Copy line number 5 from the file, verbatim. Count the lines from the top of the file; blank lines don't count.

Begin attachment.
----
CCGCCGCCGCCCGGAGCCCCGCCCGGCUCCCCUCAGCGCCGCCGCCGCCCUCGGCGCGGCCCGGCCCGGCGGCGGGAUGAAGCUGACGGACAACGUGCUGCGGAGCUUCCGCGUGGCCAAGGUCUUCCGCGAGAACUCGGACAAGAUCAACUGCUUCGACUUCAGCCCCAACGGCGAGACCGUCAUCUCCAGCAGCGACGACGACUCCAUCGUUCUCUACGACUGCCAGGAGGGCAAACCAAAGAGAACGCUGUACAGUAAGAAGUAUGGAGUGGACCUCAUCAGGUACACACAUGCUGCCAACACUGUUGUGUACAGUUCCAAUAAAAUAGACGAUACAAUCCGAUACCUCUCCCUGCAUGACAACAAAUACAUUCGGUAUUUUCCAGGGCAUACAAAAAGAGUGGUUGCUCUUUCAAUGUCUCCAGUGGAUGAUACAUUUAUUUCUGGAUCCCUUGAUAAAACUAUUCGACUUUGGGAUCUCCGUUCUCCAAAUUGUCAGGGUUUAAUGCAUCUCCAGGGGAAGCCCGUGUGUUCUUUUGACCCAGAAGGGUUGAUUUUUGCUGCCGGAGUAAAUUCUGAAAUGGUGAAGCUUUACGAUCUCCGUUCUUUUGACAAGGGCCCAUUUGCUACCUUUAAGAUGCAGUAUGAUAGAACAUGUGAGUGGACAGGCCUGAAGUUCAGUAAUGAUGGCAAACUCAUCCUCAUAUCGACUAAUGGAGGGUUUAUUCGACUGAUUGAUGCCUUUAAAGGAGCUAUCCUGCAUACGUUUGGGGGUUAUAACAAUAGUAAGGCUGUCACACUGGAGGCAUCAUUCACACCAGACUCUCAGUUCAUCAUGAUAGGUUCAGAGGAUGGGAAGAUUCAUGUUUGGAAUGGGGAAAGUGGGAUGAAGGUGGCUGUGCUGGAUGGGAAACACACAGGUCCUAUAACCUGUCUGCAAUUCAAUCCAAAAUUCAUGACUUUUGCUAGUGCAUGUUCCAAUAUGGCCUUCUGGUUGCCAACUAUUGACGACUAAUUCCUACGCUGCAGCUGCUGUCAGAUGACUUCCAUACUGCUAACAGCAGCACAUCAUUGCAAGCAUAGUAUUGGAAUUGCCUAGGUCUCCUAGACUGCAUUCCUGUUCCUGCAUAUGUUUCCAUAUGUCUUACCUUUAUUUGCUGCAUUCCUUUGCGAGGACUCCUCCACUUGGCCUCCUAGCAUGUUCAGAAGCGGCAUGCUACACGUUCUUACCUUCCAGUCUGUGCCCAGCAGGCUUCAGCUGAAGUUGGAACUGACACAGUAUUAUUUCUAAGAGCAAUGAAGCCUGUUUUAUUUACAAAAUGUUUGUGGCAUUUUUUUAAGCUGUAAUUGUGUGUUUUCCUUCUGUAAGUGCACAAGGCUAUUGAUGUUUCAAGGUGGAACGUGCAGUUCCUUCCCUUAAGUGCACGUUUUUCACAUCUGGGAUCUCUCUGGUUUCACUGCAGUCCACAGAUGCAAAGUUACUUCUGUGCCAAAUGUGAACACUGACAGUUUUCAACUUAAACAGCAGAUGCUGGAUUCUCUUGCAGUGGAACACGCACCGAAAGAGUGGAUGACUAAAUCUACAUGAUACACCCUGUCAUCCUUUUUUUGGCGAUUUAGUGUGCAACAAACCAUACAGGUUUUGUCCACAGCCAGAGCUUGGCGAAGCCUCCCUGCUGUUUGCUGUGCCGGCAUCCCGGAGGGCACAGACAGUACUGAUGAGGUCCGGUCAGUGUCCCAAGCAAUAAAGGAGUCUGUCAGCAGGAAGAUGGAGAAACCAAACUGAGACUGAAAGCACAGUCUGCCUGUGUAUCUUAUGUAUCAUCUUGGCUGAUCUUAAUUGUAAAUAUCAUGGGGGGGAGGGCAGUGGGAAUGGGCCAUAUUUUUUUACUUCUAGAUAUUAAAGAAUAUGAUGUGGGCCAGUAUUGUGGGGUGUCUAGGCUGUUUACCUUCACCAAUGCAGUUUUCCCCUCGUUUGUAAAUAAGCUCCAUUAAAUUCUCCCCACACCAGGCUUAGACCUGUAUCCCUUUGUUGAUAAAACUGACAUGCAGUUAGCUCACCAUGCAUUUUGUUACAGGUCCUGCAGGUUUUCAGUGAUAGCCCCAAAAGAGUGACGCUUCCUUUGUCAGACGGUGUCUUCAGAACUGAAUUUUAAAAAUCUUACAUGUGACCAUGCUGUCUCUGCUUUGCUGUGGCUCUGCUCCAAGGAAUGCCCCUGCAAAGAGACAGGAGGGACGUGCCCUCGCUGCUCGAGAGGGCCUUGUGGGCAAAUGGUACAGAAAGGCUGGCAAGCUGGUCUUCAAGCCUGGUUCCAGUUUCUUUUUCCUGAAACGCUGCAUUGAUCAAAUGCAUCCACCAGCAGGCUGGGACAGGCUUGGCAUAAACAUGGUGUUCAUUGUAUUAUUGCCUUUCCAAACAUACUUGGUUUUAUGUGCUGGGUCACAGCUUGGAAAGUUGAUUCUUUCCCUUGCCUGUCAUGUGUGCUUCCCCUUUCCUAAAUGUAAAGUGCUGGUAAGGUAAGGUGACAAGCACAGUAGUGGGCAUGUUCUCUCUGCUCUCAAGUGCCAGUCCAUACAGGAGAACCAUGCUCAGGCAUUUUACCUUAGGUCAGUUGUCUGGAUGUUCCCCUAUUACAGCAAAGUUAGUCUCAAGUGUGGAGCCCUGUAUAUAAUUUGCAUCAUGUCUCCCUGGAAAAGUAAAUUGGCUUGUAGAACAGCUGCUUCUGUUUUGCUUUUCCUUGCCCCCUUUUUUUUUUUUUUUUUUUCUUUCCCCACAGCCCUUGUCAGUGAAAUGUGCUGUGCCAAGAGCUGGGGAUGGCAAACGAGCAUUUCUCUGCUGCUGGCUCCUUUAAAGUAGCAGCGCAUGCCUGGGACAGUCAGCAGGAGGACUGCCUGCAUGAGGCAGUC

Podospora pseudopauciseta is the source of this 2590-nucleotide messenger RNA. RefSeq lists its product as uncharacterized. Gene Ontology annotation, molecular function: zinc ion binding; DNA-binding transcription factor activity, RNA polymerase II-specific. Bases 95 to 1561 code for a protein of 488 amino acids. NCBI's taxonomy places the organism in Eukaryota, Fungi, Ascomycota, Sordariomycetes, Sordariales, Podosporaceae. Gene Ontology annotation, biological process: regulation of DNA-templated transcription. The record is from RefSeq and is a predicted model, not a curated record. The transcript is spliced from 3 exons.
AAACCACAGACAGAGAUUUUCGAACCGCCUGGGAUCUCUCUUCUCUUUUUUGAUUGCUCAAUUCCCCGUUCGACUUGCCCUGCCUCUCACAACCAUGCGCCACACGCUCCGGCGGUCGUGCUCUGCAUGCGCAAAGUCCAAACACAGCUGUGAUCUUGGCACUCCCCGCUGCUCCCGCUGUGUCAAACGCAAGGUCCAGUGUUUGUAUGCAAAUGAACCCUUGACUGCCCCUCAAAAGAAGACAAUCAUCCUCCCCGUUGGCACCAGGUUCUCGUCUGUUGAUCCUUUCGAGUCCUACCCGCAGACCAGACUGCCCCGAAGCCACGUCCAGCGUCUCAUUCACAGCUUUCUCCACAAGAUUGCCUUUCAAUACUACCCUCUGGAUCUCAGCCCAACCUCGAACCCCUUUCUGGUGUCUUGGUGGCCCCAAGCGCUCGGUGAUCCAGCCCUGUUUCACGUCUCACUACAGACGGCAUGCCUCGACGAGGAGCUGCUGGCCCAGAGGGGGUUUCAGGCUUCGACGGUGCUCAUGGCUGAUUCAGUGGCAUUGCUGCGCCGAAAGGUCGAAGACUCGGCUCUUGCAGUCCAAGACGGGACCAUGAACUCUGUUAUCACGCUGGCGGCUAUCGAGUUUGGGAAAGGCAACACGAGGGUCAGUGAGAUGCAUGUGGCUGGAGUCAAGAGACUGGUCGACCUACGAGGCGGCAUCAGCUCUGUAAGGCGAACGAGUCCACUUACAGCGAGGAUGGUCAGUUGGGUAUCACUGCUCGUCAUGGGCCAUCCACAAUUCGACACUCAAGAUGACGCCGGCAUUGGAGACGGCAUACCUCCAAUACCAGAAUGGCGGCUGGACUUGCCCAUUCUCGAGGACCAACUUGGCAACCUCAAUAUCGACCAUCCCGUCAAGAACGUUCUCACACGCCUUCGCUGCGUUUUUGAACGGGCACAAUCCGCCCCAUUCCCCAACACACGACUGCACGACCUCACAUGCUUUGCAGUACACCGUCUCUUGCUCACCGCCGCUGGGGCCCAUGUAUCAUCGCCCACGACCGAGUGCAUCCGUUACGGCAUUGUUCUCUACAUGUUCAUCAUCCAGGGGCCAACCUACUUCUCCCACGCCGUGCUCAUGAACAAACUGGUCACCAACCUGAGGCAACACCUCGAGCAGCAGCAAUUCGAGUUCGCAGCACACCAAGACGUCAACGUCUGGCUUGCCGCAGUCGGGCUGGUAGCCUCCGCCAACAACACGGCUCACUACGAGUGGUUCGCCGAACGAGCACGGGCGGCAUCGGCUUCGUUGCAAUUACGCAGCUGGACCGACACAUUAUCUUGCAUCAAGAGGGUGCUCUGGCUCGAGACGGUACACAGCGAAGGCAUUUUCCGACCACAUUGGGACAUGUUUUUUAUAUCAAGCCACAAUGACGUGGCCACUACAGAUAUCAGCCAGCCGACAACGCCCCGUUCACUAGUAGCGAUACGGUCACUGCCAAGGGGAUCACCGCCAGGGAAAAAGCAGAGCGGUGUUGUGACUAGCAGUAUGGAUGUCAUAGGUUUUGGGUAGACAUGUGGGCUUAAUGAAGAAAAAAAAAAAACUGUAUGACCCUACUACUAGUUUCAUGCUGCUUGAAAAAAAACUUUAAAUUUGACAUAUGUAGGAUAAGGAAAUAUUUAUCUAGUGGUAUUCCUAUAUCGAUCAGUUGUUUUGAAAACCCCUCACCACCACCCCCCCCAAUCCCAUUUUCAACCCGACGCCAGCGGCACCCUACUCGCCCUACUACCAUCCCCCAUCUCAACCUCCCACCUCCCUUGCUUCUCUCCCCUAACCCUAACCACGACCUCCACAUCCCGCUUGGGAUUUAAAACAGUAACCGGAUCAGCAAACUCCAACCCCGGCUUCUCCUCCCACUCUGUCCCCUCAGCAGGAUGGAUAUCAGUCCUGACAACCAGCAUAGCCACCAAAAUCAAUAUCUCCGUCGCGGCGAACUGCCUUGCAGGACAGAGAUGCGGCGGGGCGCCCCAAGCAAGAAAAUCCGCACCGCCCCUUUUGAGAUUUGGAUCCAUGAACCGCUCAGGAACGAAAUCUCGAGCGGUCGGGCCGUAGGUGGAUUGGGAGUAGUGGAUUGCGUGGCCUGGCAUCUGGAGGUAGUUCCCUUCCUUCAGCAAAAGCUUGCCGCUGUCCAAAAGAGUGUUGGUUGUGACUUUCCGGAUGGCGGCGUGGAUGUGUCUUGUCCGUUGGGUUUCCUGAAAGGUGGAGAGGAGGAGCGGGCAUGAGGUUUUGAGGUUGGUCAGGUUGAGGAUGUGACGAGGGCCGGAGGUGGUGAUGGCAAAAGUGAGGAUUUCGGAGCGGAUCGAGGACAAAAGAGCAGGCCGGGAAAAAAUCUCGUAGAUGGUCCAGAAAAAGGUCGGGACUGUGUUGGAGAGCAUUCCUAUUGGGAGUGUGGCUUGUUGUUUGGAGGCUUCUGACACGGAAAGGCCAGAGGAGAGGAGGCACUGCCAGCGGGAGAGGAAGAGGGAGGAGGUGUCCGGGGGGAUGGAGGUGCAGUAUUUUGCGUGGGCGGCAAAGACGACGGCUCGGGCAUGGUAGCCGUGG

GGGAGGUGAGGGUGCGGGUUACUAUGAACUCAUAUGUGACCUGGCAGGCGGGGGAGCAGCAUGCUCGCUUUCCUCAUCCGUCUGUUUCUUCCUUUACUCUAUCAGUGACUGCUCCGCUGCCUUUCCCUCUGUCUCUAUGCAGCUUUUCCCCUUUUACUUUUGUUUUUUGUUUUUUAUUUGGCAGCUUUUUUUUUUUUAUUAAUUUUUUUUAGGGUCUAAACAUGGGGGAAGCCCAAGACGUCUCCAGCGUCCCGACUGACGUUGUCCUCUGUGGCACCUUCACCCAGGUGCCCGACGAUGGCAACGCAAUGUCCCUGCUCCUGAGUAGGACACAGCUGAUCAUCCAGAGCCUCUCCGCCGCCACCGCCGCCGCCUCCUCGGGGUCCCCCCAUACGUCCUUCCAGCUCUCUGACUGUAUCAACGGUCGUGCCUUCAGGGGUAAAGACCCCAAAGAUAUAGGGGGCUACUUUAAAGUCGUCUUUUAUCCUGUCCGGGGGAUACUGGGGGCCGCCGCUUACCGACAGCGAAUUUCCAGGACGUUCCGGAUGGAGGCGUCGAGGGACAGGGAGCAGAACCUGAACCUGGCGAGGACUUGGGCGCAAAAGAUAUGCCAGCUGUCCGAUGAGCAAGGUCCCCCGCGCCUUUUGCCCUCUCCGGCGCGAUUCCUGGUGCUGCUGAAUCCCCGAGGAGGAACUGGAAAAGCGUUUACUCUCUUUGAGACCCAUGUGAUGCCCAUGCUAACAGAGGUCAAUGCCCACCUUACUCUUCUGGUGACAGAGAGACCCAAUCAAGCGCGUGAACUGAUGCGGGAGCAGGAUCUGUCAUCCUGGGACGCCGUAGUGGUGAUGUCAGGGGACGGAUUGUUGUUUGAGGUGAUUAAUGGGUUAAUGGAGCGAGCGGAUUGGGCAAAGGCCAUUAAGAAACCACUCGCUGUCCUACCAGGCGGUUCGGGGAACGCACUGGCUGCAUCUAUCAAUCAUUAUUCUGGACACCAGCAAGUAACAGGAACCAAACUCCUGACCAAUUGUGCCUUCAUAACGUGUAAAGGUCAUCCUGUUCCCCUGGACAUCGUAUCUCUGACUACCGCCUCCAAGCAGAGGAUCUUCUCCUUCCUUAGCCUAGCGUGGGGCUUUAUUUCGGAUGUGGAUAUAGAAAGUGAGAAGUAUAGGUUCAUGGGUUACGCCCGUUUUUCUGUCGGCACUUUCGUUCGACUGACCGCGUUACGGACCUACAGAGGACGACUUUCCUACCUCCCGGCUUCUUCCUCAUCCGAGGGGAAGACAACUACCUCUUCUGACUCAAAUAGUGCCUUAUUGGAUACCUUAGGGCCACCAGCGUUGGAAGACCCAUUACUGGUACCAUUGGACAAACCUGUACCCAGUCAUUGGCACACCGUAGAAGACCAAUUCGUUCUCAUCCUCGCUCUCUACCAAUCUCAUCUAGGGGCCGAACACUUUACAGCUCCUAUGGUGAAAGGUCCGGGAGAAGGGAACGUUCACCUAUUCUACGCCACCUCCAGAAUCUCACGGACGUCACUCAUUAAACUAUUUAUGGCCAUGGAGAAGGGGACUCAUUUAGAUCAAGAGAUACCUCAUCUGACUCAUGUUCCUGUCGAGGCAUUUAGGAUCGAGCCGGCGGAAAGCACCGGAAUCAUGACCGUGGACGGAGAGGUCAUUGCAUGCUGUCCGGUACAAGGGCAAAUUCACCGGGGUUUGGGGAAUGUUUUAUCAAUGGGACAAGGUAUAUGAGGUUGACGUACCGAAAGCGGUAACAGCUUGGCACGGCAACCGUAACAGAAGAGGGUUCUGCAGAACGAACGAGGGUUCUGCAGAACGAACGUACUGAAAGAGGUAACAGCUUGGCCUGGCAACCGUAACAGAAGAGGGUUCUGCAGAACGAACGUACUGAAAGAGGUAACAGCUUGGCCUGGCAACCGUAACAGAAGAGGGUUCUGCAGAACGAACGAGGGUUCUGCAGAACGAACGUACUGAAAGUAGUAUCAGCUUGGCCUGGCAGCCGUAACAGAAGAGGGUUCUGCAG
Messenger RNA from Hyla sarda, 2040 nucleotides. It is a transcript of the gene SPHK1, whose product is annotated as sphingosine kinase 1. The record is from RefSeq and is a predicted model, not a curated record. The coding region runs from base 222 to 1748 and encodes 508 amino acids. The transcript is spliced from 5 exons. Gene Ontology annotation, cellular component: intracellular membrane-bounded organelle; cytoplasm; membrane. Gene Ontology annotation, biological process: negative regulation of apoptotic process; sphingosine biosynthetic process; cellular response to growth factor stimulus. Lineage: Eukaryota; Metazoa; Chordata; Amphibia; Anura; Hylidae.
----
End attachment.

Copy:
Messenger RNA from Hyla sarda, 2040 nucleotides. It is a transcript of the gene SPHK1, whose product is annotated as sphingosine kinase 1. The record is from RefSeq and is a predicted model, not a curated record. The coding region runs from base 222 to 1748 and encodes 508 amino acids. The transcript is spliced from 5 exons. Gene Ontology annotation, cellular component: intracellular membrane-bounded organelle; cytoplasm; membrane. Gene Ontology annotation, biological process: negative regulation of apoptotic process; sphingosine biosynthetic process; cellular response to growth factor stimulus. Lineage: Eukaryota; Metazoa; Chordata; Amphibia; Anura; Hylidae.